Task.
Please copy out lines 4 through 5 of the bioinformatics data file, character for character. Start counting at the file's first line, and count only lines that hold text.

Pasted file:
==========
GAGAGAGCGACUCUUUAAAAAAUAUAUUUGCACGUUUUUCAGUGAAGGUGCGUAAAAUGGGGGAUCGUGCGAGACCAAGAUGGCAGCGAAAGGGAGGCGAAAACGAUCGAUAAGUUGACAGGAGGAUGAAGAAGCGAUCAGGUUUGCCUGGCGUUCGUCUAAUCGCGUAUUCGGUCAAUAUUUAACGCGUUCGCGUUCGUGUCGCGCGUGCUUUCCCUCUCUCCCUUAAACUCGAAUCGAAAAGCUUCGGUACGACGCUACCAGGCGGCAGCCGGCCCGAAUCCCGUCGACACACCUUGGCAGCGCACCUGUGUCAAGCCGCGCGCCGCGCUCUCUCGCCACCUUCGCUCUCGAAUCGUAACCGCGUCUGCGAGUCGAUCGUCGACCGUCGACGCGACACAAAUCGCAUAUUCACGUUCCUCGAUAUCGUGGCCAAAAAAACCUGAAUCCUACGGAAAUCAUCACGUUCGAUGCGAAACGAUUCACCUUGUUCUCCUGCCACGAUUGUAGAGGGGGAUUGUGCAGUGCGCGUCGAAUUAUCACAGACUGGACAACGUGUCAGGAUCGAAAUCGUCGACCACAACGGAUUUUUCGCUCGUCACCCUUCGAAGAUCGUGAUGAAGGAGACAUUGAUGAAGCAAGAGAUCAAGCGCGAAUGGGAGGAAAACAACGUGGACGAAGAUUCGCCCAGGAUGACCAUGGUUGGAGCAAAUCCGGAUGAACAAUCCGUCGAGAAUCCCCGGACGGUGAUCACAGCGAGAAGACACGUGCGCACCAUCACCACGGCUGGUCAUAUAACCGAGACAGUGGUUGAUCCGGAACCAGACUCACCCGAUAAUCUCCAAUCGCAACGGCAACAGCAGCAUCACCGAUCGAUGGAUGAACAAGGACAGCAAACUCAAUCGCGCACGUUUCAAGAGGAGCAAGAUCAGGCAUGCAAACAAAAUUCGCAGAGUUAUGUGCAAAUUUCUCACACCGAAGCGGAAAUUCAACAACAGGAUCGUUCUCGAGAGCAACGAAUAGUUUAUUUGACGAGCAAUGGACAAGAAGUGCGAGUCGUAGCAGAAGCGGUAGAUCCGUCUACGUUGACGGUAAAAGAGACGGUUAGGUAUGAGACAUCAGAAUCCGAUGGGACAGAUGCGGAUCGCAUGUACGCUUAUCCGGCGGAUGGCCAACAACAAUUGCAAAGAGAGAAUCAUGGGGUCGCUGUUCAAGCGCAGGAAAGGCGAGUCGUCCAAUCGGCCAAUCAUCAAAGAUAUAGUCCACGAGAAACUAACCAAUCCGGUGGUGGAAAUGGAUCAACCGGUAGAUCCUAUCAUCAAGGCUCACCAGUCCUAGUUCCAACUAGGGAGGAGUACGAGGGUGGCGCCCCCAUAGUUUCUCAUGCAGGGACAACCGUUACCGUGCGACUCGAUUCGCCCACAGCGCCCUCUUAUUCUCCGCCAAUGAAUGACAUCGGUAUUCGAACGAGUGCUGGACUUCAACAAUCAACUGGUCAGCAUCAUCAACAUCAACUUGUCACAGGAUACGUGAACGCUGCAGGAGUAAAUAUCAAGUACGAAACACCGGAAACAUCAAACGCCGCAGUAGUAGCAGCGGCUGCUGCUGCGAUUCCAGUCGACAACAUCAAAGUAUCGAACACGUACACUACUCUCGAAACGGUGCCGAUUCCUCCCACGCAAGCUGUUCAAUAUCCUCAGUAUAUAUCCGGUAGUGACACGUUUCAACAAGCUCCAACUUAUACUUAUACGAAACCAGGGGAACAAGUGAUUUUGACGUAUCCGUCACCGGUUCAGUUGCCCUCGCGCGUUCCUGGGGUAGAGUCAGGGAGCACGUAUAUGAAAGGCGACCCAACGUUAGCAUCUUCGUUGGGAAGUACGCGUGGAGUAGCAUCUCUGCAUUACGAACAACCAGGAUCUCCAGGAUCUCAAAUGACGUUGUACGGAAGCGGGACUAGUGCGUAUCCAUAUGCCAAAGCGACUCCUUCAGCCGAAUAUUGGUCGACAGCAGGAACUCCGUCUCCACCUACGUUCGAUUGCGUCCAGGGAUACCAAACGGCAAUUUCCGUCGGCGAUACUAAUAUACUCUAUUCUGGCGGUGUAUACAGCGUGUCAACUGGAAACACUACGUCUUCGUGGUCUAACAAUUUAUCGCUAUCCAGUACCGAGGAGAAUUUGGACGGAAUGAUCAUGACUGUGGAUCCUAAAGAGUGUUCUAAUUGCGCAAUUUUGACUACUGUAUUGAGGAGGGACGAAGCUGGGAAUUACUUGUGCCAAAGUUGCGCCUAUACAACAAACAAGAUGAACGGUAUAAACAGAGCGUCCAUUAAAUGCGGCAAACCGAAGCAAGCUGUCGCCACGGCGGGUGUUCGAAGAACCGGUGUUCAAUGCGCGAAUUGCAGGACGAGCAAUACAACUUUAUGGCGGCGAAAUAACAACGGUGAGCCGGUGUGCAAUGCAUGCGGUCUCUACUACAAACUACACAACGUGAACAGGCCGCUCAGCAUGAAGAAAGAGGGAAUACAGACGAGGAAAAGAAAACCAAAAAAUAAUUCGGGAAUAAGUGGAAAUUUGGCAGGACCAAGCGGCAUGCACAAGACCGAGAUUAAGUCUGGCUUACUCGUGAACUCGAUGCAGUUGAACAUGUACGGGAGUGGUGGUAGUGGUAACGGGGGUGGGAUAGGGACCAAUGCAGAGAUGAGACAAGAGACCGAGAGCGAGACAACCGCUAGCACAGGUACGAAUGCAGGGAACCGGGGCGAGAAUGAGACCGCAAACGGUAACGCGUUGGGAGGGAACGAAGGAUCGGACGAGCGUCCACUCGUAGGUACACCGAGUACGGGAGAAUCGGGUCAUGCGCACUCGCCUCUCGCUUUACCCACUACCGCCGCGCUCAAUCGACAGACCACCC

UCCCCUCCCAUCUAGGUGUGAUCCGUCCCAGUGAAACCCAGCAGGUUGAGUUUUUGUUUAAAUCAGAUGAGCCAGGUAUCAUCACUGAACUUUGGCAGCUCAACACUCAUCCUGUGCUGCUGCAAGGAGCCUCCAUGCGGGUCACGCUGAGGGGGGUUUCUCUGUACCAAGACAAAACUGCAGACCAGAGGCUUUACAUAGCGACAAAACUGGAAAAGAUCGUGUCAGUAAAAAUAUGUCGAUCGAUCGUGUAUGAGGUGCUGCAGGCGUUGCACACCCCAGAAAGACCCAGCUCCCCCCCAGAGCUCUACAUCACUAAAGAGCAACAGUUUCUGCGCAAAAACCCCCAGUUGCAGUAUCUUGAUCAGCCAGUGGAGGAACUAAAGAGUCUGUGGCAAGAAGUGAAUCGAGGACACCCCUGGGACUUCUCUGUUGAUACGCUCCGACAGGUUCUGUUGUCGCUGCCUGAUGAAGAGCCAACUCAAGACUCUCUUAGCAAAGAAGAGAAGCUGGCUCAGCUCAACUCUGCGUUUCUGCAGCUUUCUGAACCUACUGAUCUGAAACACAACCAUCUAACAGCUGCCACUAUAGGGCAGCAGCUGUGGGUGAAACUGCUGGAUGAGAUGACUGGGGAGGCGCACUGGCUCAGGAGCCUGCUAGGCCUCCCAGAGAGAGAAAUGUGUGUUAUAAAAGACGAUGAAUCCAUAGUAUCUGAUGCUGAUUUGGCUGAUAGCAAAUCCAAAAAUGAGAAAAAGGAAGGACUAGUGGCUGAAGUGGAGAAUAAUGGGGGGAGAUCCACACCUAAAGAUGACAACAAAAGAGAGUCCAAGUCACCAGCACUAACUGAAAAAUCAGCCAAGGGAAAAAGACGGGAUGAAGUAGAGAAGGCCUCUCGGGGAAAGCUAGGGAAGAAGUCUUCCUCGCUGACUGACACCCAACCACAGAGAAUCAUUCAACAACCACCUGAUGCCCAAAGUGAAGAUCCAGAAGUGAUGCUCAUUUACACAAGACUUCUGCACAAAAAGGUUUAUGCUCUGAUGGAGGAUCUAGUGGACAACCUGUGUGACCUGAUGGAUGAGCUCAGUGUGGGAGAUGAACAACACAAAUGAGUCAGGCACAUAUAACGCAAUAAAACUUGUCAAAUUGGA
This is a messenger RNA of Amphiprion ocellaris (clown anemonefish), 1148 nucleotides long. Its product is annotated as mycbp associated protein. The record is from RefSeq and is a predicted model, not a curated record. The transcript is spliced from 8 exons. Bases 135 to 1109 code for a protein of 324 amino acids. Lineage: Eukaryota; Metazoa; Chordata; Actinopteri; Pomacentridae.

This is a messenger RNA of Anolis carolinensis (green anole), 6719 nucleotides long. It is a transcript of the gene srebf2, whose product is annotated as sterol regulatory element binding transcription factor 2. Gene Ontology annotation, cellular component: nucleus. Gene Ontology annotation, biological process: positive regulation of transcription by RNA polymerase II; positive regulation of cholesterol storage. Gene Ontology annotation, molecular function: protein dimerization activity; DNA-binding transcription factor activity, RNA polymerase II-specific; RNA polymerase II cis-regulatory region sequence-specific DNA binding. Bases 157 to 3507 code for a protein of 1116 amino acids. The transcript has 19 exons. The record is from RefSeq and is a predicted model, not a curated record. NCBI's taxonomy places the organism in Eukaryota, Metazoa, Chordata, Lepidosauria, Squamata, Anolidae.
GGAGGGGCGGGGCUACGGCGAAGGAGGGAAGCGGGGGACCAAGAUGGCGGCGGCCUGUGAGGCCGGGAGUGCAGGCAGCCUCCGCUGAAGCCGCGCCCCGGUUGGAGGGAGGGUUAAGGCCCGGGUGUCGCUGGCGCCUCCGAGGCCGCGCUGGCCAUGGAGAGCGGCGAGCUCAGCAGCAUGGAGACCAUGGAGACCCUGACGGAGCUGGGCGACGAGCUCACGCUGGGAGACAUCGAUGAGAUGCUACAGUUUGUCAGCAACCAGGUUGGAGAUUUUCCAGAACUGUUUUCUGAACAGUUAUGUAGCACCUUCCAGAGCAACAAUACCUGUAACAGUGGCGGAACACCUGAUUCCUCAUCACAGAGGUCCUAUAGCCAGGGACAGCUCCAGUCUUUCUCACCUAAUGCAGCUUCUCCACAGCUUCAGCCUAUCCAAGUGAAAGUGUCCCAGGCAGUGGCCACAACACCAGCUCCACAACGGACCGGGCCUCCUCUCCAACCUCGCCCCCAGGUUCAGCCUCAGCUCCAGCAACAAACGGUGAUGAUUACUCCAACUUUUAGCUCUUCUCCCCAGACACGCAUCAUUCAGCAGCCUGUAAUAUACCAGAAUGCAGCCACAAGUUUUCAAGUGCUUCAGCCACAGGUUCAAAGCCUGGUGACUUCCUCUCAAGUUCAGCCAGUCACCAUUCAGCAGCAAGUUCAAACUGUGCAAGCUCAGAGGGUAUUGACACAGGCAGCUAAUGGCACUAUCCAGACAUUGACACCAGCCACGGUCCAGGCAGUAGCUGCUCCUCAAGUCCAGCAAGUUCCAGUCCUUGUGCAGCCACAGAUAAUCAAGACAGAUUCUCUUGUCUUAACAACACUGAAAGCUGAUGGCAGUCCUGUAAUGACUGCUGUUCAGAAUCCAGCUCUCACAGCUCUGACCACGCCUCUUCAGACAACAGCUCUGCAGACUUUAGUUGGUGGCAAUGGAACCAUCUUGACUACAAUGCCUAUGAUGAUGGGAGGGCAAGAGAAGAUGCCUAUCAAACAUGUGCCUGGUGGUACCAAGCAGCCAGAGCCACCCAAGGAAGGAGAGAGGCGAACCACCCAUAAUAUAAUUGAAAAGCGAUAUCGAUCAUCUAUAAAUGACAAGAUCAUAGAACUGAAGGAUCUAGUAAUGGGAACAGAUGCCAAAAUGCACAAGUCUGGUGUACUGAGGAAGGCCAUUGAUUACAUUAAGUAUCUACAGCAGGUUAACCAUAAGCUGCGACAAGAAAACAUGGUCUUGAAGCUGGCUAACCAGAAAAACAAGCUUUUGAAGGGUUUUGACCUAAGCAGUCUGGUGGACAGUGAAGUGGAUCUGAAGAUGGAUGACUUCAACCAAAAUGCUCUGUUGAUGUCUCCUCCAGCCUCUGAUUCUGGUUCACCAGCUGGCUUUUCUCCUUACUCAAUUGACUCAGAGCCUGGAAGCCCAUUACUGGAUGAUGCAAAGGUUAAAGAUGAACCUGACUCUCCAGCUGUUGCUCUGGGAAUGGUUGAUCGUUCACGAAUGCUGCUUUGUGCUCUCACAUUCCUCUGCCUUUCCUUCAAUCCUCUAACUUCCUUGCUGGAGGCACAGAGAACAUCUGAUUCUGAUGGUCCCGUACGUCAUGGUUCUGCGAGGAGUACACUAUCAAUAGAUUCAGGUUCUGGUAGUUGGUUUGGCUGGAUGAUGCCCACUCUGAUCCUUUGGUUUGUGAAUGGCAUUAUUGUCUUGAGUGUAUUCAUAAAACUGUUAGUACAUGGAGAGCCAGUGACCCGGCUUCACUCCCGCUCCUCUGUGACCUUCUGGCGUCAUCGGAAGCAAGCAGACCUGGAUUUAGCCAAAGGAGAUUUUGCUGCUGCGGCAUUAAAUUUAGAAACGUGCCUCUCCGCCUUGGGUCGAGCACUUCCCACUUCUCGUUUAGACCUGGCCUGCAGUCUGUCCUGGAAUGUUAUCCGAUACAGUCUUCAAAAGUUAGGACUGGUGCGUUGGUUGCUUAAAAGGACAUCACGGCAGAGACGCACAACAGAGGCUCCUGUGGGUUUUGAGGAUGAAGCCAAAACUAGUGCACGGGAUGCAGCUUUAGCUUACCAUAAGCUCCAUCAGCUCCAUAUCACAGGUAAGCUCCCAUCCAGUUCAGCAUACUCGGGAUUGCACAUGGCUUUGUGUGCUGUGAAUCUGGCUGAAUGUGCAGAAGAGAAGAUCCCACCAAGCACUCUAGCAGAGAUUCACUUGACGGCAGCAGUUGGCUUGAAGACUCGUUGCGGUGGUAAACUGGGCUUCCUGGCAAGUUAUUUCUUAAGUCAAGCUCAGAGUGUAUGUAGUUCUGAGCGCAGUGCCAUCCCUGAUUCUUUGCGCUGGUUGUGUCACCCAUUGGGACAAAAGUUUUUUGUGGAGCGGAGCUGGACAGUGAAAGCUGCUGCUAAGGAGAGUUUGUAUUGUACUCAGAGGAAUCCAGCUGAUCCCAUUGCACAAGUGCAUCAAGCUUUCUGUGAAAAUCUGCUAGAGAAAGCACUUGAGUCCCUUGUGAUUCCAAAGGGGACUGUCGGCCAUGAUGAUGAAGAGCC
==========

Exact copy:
This is a messenger RNA of Anolis carolinensis (green anole), 6719 nucleotides long. It is a transcript of the gene srebf2, whose product is annotated as sterol regulatory element binding transcription factor 2. Gene Ontology annotation, cellular component: nucleus. Gene Ontology annotation, biological process: positive regulation of transcription by RNA polymerase II; positive regulation of cholesterol storage. Gene Ontology annotation, molecular function: protein dimerization activity; DNA-binding transcription factor activity, RNA polymerase II-specific; RNA polymerase II cis-regulatory region sequence-specific DNA binding. Bases 157 to 3507 code for a protein of 1116 amino acids. The transcript has 19 exons. The record is from RefSeq and is a predicted model, not a curated record. NCBI's taxonomy places the organism in Eukaryota, Metazoa, Chordata, Lepidosauria, Squamata, Anolidae.
GGAGGGGCGGGGCUACGGCGAAGGAGGGAAGCGGGGGACCAAGAUGGCGGCGGCCUGUGAGGCCGGGAGUGCAGGCAGCCUCCGCUGAAGCCGCGCCCCGGUUGGAGGGAGGGUUAAGGCCCGGGUGUCGCUGGCGCCUCCGAGGCCGCGCUGGCCAUGGAGAGCGGCGAGCUCAGCAGCAUGGAGACCAUGGAGACCCUGACGGAGCUGGGCGACGAGCUCACGCUGGGAGACAUCGAUGAGAUGCUACAGUUUGUCAGCAACCAGGUUGGAGAUUUUCCAGAACUGUUUUCUGAACAGUUAUGUAGCACCUUCCAGAGCAACAAUACCUGUAACAGUGGCGGAACACCUGAUUCCUCAUCACAGAGGUCCUAUAGCCAGGGACAGCUCCAGUCUUUCUCACCUAAUGCAGCUUCUCCACAGCUUCAGCCUAUCCAAGUGAAAGUGUCCCAGGCAGUGGCCACAACACCAGCUCCACAACGGACCGGGCCUCCUCUCCAACCUCGCCCCCAGGUUCAGCCUCAGCUCCAGCAACAAACGGUGAUGAUUACUCCAACUUUUAGCUCUUCUCCCCAGACACGCAUCAUUCAGCAGCCUGUAAUAUACCAGAAUGCAGCCACAAGUUUUCAAGUGCUUCAGCCACAGGUUCAAAGCCUGGUGACUUCCUCUCAAGUUCAGCCAGUCACCAUUCAGCAGCAAGUUCAAACUGUGCAAGCUCAGAGGGUAUUGACACAGGCAGCUAAUGGCACUAUCCAGACAUUGACACCAGCCACGGUCCAGGCAGUAGCUGCUCCUCAAGUCCAGCAAGUUCCAGUCCUUGUGCAGCCACAGAUAAUCAAGACAGAUUCUCUUGUCUUAACAACACUGAAAGCUGAUGGCAGUCCUGUAAUGACUGCUGUUCAGAAUCCAGCUCUCACAGCUCUGACCACGCCUCUUCAGACAACAGCUCUGCAGACUUUAGUUGGUGGCAAUGGAACCAUCUUGACUACAAUGCCUAUGAUGAUGGGAGGGCAAGAGAAGAUGCCUAUCAAACAUGUGCCUGGUGGUACCAAGCAGCCAGAGCCACCCAAGGAAGGAGAGAGGCGAACCACCCAUAAUAUAAUUGAAAAGCGAUAUCGAUCAUCUAUAAAUGACAAGAUCAUAGAACUGAAGGAUCUAGUAAUGGGAACAGAUGCCAAAAUGCACAAGUCUGGUGUACUGAGGAAGGCCAUUGAUUACAUUAAGUAUCUACAGCAGGUUAACCAUAAGCUGCGACAAGAAAACAUGGUCUUGAAGCUGGCUAACCAGAAAAACAAGCUUUUGAAGGGUUUUGACCUAAGCAGUCUGGUGGACAGUGAAGUGGAUCUGAAGAUGGAUGACUUCAACCAAAAUGCUCUGUUGAUGUCUCCUCCAGCCUCUGAUUCUGGUUCACCAGCUGGCUUUUCUCCUUACUCAAUUGACUCAGAGCCUGGAAGCCCAUUACUGGAUGAUGCAAAGGUUAAAGAUGAACCUGACUCUCCAGCUGUUGCUCUGGGAAUGGUUGAUCGUUCACGAAUGCUGCUUUGUGCUCUCACAUUCCUCUGCCUUUCCUUCAAUCCUCUAACUUCCUUGCUGGAGGCACAGAGAACAUCUGAUUCUGAUGGUCCCGUACGUCAUGGUUCUGCGAGGAGUACACUAUCAAUAGAUUCAGGUUCUGGUAGUUGGUUUGGCUGGAUGAUGCCCACUCUGAUCCUUUGGUUUGUGAAUGGCAUUAUUGUCUUGAGUGUAUUCAUAAAACUGUUAGUACAUGGAGAGCCAGUGACCCGGCUUCACUCCCGCUCCUCUGUGACCUUCUGGCGUCAUCGGAAGCAAGCAGACCUGGAUUUAGCCAAAGGAGAUUUUGCUGCUGCGGCAUUAAAUUUAGAAACGUGCCUCUCCGCCUUGGGUCGAGCACUUCCCACUUCUCGUUUAGACCUGGCCUGCAGUCUGUCCUGGAAUGUUAUCCGAUACAGUCUUCAAAAGUUAGGACUGGUGCGUUGGUUGCUUAAAAGGACAUCACGGCAGAGACGCACAACAGAGGCUCCUGUGGGUUUUGAGGAUGAAGCCAAAACUAGUGCACGGGAUGCAGCUUUAGCUUACCAUAAGCUCCAUCAGCUCCAUAUCACAGGUAAGCUCCCAUCCAGUUCAGCAUACUCGGGAUUGCACAUGGCUUUGUGUGCUGUGAAUCUGGCUGAAUGUGCAGAAGAGAAGAUCCCACCAAGCACUCUAGCAGAGAUUCACUUGACGGCAGCAGUUGGCUUGAAGACUCGUUGCGGUGGUAAACUGGGCUUCCUGGCAAGUUAUUUCUUAAGUCAAGCUCAGAGUGUAUGUAGUUCUGAGCGCAGUGCCAUCCCUGAUUCUUUGCGCUGGUUGUGUCACCCAUUGGGACAAAAGUUUUUUGUGGAGCGGAGCUGGACAGUGAAAGCUGCUGCUAAGGAGAGUUUGUAUUGUACUCAGAGGAAUCCAGCUGAUCCCAUUGCACAAGUGCAUCAAGCUUUCUGUGAAAAUCUGCUAGAGAAAGCACUUGAGUCCCUUGUGAUUCCAAAGGGGACUGUCGGCCAUGAUGAUGAAGAGCC